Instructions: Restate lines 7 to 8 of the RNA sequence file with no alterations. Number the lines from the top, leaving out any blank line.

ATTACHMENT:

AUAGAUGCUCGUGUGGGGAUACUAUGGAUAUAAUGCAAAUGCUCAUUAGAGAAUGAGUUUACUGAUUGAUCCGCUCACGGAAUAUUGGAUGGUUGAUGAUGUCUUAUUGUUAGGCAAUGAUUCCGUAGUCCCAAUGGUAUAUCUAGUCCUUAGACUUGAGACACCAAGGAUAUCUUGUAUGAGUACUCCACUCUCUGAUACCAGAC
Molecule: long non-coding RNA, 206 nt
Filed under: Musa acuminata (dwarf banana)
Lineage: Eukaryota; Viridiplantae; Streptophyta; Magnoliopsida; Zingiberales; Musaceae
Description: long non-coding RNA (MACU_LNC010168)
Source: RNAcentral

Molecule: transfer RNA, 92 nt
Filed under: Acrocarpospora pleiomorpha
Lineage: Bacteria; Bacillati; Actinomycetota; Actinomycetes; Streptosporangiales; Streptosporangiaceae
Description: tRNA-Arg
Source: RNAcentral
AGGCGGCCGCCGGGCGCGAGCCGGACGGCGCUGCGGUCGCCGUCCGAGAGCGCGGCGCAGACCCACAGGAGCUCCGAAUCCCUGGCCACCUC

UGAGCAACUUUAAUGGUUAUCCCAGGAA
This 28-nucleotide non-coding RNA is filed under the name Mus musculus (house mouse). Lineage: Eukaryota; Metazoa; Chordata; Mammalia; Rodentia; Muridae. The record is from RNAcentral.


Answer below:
Molecule: transfer RNA, 92 nt
Filed under: Acrocarpospora pleiomorpha